Knowledge Graph and “disintermediating the web”: Google had an announcement of its own this week — not nearly as big as Facebook’s IPO, but pretty big nonetheless. The company launched its Knowledge Graph, which provides basic facts about search queries alongside search results. As usual, Search Engine Land’s Danny Sullivan has the definitive take on Google’s new feature — he called it a bigger change to Google search than he anticipated and looked at the traffic impact on publishers who typically provide those facts. (Google assured him that the information provided will lead users to do more exploring, keeping traffic strong, but he said it’s something to keep an eye on.)

Several observers were quite impressed. TechCrunch’s Frederic Lardinois called it Google’s most ambitious move yet toward putting its semantic search knowledge to use, and ReadWriteWeb’s Jon Mitchell praised Google for making a big search change that had nothing to do with Google+ or its attempts at social media, describing the Knowledge Graph as “a kind of search that would have made the old Google proud.” Christopher Dawson of ZDNet said the Knowledge Graph is made possible by the data from Google’s privacy policy change earlier this year, and the improvement in search quality is well worth that change.

Matthew Panzarino of The Next Web explored the other side of this change: Every time Google gives you information directly, it’s not taking you to a page it’s indexed, but instead is acting as a content provider, rather than a conduit. He compared it to the way Apple’s Siri relies on partnerships with Wolfram Alpha and Yelp to bypass Google, and said, “Google has begun the disintermediation of the web, but it’s starting small.” GigaOM’s Jeff John Roberts also saw in Knowledge Graph a bid to get users to spend more time on its own pages and fewer on other people’s, and PC Mag’s Mark Hachman looked at the feature as a response to a similar recent upgrade to Microsoft’s Bing.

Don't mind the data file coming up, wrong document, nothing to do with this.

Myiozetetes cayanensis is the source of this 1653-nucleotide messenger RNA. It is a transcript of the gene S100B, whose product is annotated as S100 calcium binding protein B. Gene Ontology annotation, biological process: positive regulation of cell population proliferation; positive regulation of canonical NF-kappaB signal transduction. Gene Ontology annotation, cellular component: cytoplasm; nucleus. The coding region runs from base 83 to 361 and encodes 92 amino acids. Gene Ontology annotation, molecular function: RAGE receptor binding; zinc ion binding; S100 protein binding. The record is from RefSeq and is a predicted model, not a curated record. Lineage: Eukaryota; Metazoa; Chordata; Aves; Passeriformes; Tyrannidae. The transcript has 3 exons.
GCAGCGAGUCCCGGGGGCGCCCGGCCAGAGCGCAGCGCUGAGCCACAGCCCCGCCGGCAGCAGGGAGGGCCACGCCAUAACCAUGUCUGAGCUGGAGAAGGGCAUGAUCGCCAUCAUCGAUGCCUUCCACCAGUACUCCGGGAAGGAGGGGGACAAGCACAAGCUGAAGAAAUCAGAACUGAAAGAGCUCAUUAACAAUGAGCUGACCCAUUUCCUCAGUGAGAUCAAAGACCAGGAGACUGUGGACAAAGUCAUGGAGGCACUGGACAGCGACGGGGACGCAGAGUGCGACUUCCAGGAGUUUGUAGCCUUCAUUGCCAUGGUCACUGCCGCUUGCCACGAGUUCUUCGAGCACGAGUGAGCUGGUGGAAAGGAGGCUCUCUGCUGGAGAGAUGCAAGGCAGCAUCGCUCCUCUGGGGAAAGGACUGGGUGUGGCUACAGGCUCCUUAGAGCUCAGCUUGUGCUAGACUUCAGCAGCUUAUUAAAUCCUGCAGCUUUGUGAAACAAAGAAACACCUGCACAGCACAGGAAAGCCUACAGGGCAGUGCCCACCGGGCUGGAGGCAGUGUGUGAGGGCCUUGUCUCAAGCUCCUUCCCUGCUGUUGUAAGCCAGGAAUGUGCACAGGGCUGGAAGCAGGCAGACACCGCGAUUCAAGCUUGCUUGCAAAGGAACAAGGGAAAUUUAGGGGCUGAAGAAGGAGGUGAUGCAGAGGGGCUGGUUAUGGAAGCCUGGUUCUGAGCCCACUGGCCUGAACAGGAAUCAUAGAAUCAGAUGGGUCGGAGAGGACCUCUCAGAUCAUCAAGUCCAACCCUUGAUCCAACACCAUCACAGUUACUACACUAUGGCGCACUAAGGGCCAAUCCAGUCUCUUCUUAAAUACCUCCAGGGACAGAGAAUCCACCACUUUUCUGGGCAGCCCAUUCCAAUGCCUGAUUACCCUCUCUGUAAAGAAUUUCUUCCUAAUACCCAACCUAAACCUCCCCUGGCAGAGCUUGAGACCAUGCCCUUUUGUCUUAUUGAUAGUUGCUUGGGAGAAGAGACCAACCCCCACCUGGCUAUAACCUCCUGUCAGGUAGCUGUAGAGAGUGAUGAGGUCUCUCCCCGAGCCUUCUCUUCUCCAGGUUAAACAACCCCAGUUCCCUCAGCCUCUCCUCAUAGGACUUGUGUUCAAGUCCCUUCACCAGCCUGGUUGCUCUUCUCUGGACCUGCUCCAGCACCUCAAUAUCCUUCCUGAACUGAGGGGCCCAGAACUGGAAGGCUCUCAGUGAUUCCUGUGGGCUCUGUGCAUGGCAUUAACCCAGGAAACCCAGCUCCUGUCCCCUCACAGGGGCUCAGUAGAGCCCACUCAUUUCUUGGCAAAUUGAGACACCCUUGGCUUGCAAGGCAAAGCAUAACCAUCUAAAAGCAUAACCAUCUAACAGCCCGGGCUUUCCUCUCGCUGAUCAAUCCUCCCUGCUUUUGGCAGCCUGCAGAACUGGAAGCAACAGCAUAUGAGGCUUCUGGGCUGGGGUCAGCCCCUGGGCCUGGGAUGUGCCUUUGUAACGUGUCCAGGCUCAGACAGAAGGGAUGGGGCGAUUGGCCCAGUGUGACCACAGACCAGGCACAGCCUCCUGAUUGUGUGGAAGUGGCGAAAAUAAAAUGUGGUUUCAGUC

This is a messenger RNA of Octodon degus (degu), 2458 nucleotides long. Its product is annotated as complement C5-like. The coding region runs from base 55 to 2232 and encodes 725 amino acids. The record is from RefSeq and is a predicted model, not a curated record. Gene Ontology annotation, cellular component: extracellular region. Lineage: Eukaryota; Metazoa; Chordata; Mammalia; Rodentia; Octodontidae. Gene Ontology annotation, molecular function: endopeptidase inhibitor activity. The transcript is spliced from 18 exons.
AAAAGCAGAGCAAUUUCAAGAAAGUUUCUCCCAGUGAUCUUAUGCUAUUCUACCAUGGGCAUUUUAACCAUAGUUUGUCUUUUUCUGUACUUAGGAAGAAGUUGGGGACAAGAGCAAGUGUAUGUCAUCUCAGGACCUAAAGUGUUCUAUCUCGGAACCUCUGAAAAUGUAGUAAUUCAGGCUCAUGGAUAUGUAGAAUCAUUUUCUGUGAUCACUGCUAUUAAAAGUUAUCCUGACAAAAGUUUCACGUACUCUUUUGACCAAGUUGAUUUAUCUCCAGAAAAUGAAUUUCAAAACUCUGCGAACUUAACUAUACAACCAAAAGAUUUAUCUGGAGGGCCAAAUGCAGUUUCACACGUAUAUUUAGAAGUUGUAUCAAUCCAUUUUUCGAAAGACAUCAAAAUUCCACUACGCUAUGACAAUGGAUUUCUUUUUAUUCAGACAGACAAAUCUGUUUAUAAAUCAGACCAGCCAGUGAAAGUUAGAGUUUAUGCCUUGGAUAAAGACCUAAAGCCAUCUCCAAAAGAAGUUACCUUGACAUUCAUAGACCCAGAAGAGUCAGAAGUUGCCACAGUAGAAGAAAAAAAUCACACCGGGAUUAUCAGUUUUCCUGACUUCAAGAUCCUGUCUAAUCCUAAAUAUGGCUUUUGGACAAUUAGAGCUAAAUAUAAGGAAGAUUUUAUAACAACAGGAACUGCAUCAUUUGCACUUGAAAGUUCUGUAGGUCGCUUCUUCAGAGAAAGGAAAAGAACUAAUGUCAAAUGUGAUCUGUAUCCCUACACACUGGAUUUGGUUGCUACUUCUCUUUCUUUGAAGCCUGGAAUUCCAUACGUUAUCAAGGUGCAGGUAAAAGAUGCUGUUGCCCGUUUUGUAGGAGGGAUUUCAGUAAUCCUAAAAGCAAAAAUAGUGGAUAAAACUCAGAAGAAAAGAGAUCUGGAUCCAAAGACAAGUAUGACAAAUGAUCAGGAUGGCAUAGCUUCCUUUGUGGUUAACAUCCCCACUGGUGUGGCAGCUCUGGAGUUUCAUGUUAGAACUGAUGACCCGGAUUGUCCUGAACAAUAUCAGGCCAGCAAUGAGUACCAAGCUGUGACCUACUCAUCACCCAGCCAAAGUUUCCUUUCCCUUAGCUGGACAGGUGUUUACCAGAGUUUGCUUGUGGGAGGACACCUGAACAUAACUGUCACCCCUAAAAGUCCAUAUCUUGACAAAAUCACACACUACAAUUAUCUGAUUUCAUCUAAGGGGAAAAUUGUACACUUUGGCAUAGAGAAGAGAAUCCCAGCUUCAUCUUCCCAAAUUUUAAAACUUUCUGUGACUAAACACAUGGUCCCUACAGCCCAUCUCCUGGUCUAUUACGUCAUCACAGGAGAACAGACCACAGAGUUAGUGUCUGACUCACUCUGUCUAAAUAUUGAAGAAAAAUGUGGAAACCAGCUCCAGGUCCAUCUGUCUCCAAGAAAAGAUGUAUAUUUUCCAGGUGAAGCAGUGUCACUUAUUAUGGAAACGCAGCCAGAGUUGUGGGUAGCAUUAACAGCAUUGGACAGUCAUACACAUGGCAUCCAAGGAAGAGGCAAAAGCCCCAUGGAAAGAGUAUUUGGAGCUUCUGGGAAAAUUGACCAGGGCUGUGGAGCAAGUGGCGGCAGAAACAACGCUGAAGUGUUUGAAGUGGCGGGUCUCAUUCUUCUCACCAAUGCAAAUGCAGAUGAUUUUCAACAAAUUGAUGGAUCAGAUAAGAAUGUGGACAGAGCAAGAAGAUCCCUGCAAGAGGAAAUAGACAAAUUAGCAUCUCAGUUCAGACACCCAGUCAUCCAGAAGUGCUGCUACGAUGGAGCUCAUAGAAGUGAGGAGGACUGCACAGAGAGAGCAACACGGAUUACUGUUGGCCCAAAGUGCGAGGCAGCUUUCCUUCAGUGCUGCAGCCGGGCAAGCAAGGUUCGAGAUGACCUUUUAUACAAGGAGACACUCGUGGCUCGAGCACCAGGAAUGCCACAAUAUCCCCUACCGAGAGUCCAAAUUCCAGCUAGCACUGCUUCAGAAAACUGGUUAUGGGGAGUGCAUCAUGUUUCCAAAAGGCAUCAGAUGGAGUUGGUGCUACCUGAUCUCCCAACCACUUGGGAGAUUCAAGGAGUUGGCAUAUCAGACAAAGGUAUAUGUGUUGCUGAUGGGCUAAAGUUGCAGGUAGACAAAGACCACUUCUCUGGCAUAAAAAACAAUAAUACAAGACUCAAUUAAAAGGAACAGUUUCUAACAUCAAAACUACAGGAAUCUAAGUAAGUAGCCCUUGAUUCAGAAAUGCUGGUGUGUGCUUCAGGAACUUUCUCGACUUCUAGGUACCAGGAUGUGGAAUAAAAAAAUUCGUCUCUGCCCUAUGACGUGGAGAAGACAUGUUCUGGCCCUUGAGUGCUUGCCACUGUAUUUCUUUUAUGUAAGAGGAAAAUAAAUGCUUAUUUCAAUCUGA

Should everyone learn to code?: The movement to encourage average non-developers, particularly journalists, to learn to code has gained quite a bit of momentum over the past year or two, and a dissenting voice drew a lot of attention this week. Stack Exchange founder Jeff Atwood made the case against having non-professionals learn programming, arguing, among other things, that the “everyone should learn to code” movement “assumes that coding is the goal. Software developers tend to be software addicts who think their job is to write code. But it’s not. Their job is to solve problems.”

The post provoked a set of sharp responses from across the programming and developing communities. If you want to dive deep into the discussion, you can check out this Y Combinator thread. Several others disagreed with Atwood’s point: One Github poster argued that Atwood falsely conflated learning to code for personal and professional reasons, and expounded on the value of learning to code as a form of digital literacy. Zed Shaw of Learn Code the Hard Way asserted that Atwood’s post was rooted in professional resentment of a flood of new coders.

Ilya Liechtenstein of MixRank explained how teaching herself to code helped give her insight into how the technical side of her startup works and what to work toward, and French designer Sacha Greif said learning to code is an extremely empowering exercise. App developer Gina Trapani did agree with one big part of Atwood’s post, affirming his argument that software development is about finding solutions, not coding.